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Larrea and one of more than 100 horses at her sanctuary in Puebla. Larrea and one of more than 100 horses at her sanctuary in Puebla.

Horses have a special place in the heart of Elena Larrea

Animals that have suffered abuse find a home at Cuacolandia

Elena Larrea is literally saving lives. The young woman from Puebla runs Cuacolandia, a sanctuary for abused and mistreated horses that is one of just a handful of similar organizations in Mexico.

The photos she posts to Facebook of the horses that find their way to her are dramatic, a testament to her love for the animals and determination to allow them to live what remains of their lives with health and dignity. 

Larrea considers herself an activist in defense of animal rights of all species, but horses have a special place in her heart.

“There is nothing deeper than the gaze of a horse,” she told the newspaper Milenio in an interview. “Horses are the windows to your own soul. That nobility they have is not possessed by any other animal.” 

Cuacolandia is located in the Haras Ciudad Ecológica area of Puebla’s capital and is home to more than 100 rescued horses from all over the country.

“We have cart horses from the state of Mexico and the carriages of Acapulco, we have retired mounted police horses, we have horses who were abandoned in the streets,” she says. 

This spring Larrea received 42 former carriage horses from Acapulco after the city began enforcing Guerrero’s animal welfare act of 2014, which prohibits their use.

One of them was Unicorn, so-named because his former owners used to slap a fake horn on his forehead when he pulled tourists through the city’s streets. Unicorn arrived at Cuacolandia not much more than skin and bones, yet after just six months he’s returned to a healthy weight. 

Another new arrival is Willy, a brown horse with a ghastly open wound the circumference of a melon at the base of his neck, the result of pulling a garbage cart in Reyes La Paz, Mexico state.

Larrea is treating his injury with medication, has removed his horseshoes and is showering him with “love and carrots” as he heals. 

According to Larrea, most of the horses are over 18 years old, The oldest is El Abuelo, at 29, and the youngest is El Covid, who at two months old is the first foal born at the sanctuary.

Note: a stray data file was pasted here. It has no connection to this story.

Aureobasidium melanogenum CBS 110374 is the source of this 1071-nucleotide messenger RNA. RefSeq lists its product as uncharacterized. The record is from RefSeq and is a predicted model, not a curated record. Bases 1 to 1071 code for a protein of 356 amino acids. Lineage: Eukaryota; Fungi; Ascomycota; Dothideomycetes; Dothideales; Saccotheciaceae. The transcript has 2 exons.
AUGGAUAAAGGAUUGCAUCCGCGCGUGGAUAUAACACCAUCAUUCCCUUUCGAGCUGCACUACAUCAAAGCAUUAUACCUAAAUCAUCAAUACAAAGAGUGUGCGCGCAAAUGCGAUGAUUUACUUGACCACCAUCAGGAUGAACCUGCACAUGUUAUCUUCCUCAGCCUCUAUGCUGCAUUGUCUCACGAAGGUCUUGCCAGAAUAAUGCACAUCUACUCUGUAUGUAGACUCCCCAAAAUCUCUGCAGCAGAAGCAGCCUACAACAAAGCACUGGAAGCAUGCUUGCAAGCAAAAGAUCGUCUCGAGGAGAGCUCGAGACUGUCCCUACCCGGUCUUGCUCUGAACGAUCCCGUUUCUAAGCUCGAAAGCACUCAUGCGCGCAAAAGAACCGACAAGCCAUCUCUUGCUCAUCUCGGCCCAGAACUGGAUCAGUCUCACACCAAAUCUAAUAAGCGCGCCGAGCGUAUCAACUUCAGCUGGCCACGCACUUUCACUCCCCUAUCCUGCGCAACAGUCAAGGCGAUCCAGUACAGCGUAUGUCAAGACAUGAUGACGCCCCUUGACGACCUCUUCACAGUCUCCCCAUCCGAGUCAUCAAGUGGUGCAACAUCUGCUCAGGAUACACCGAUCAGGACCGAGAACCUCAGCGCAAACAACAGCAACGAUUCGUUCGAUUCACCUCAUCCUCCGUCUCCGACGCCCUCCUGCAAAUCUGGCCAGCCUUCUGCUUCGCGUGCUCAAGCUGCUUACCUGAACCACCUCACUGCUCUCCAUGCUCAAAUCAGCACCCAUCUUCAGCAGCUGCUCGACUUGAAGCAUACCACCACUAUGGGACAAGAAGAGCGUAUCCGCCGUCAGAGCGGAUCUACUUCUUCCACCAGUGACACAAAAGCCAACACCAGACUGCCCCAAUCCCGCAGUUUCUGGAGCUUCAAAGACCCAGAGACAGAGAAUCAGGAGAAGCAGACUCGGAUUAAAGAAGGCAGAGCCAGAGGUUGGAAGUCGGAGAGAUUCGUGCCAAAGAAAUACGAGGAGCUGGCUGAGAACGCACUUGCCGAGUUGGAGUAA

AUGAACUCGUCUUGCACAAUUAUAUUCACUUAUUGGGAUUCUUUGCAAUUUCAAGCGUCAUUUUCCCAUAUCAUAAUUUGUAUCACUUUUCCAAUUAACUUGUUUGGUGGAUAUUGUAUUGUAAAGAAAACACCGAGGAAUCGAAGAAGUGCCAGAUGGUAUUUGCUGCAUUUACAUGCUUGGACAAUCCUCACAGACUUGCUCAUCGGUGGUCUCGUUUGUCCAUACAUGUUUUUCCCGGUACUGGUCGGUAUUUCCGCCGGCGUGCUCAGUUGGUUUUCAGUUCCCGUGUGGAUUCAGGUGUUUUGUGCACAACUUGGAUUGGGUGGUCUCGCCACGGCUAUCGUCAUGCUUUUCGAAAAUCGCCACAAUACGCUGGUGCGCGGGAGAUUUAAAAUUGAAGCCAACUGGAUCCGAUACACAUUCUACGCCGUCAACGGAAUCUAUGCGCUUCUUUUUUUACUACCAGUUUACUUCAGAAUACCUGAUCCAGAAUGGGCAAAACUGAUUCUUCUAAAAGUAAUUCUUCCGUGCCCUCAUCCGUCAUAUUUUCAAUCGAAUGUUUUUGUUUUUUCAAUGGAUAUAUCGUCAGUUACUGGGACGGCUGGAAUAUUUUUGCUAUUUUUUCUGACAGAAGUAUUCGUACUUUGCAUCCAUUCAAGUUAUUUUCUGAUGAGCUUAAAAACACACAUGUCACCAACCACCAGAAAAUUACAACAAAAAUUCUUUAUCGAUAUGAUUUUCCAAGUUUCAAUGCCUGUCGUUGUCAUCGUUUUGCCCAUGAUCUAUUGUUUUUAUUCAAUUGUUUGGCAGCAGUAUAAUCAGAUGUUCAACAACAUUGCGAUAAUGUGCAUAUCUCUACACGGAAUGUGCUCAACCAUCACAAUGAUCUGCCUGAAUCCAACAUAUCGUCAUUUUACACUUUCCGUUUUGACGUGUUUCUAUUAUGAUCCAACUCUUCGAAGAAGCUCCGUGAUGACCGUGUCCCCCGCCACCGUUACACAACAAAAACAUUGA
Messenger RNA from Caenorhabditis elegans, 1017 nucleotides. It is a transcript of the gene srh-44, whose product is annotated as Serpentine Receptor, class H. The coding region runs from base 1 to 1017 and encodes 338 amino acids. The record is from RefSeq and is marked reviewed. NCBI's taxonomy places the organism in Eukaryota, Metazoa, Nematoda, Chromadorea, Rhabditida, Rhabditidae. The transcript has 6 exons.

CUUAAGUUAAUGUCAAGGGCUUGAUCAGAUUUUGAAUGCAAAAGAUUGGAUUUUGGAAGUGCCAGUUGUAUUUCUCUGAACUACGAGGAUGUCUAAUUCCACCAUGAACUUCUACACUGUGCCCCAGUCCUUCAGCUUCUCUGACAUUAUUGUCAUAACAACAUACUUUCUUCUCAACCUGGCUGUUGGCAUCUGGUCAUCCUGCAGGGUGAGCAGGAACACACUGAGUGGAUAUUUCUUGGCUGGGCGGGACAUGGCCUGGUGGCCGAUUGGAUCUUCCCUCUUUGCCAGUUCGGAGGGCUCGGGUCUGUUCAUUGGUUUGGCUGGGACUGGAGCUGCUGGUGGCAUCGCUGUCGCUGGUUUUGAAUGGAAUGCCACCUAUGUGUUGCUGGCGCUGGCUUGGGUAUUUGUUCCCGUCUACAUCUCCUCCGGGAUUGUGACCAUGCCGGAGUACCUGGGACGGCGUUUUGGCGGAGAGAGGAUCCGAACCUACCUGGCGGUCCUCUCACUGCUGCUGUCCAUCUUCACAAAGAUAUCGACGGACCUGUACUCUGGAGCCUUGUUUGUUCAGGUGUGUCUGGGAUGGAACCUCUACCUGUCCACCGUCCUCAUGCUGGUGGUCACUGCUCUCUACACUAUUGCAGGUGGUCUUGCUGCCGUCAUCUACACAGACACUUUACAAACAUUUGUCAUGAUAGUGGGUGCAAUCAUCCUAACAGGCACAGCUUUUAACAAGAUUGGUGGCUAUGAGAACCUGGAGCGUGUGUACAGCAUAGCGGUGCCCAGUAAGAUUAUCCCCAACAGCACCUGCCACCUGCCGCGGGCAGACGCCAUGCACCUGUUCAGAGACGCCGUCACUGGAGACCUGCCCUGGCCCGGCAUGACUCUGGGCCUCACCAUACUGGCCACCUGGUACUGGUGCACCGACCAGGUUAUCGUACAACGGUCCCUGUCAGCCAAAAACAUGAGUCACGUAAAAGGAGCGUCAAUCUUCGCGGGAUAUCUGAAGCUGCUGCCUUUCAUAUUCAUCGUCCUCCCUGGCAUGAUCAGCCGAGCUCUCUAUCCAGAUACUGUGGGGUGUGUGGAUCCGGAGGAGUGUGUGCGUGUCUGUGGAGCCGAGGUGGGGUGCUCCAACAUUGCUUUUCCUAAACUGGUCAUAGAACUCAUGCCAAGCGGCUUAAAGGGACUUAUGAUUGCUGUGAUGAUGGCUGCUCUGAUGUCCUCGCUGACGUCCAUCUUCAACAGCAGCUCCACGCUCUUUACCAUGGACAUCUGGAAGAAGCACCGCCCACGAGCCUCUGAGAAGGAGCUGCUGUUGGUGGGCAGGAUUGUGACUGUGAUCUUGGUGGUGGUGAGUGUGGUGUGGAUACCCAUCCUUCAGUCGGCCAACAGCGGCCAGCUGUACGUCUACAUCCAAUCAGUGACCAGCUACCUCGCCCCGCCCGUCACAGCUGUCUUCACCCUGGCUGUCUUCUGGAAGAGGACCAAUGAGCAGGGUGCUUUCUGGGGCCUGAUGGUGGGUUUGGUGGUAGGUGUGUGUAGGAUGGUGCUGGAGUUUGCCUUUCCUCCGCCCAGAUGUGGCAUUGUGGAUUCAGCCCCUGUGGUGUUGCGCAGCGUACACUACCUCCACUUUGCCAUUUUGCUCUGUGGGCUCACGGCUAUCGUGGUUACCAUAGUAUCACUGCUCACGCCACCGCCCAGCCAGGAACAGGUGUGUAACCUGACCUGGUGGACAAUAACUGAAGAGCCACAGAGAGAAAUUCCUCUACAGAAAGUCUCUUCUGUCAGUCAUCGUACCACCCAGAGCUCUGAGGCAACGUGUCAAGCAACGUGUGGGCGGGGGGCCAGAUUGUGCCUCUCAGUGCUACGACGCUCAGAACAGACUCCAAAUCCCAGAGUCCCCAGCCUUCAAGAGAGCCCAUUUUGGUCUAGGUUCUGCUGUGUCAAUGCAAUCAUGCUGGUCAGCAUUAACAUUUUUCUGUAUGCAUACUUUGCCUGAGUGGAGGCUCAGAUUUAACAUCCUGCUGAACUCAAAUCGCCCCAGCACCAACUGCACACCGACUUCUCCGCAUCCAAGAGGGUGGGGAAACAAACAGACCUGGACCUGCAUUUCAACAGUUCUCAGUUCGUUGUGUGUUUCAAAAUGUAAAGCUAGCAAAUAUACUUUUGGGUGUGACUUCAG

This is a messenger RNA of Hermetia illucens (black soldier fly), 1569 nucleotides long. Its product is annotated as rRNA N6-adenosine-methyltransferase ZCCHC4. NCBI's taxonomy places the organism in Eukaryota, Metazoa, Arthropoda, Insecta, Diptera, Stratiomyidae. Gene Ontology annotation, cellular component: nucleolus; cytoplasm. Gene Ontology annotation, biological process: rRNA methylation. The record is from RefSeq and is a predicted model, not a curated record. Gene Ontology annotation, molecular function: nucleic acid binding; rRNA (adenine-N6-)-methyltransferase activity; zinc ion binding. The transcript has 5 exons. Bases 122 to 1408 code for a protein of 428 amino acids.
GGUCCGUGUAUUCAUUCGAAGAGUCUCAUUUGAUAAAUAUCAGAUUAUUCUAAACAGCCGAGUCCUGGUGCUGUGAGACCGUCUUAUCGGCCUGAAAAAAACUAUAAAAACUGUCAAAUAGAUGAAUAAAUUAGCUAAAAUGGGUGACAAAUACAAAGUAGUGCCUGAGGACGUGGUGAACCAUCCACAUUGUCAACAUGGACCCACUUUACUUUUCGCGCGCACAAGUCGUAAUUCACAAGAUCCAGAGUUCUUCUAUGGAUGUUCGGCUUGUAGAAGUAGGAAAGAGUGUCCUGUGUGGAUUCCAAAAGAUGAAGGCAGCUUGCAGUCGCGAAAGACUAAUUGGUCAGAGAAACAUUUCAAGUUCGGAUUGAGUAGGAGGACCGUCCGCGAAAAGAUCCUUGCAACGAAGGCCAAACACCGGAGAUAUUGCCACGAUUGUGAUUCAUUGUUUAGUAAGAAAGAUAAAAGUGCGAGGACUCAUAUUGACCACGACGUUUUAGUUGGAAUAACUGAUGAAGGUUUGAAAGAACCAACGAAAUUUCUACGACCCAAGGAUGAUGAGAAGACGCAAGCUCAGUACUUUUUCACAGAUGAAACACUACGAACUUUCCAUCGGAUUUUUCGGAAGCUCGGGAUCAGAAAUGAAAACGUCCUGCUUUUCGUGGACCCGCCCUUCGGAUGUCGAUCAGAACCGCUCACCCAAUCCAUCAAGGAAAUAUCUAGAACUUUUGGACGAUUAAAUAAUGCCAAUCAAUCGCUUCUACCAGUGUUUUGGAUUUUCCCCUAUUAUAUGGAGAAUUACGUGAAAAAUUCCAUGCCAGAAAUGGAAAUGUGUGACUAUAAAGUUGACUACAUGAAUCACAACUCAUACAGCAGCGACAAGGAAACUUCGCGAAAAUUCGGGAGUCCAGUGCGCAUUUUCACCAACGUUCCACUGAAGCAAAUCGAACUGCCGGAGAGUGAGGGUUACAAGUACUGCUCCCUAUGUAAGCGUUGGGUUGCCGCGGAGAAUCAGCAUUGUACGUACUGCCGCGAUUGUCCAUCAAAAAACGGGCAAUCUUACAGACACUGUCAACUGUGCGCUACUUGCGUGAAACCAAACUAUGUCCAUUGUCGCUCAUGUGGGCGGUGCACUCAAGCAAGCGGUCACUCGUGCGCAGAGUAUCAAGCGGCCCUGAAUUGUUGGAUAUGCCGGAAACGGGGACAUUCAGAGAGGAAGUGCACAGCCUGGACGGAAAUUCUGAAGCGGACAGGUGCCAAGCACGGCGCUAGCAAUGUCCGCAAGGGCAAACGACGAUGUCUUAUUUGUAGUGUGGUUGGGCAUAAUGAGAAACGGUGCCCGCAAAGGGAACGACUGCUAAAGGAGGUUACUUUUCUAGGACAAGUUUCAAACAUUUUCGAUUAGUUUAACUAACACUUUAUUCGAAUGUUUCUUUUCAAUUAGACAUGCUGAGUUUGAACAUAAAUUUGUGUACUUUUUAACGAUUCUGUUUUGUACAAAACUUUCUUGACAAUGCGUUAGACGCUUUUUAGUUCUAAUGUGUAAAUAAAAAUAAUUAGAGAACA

We need to start treating horses as sentient beings,' Larrea says.
‘We need to start treating horses as sentient beings,’ Larrea says.

Unfortunately, most horses arrive at the ranch in similar states to Unicorn and Willy. Often they are abused, malnourished, or simply abandoned by their owners after they have served their purpose. 

Larrea even takes in former racehorses who have been injected with cocaine or other performance-enhancing drugs until they are no longer useful.

Around 30% of the animals that arrive at Cuacolandia suffer from obvious injuries and malnutrition, and another 10% come to her in a state Larrea describes as alarming.

She hopes her labor of love will remind people that horses have been humanity’s constant companion throughout history, and should be treated with respect and kindness. 

“We need to start treating them as sentient beings, which is what they are. Beings who feel pleasure, who feel pain, who dream. We must stop seeing them as an object and if you are going to have them as an object, at least have respect for them and give them a good life, and if you are going to exploit them, at least feed them,” she says.

Maintaining so many animals and the space they need is no small feat. Food is Larrea’s top expense, and Cuacolandia tries to produce its own forage to offset costs. Donations of any kind are always welcome.

But no matter the expense, no horse will be sold or adopted out, and Larrea says that the property could support up to 300 horses if need be.

“We don’t use them for anything, they just come to a place to have a decent life after having served the human under deplorable conditions all their lives,” Larrea says. The goal is to give the animals a break and a moment of peace. 

“It costs nothing to be kind to a being lower than you,” Larrea says. “They are here with us, not for us.”

Source: Milenio (sp)

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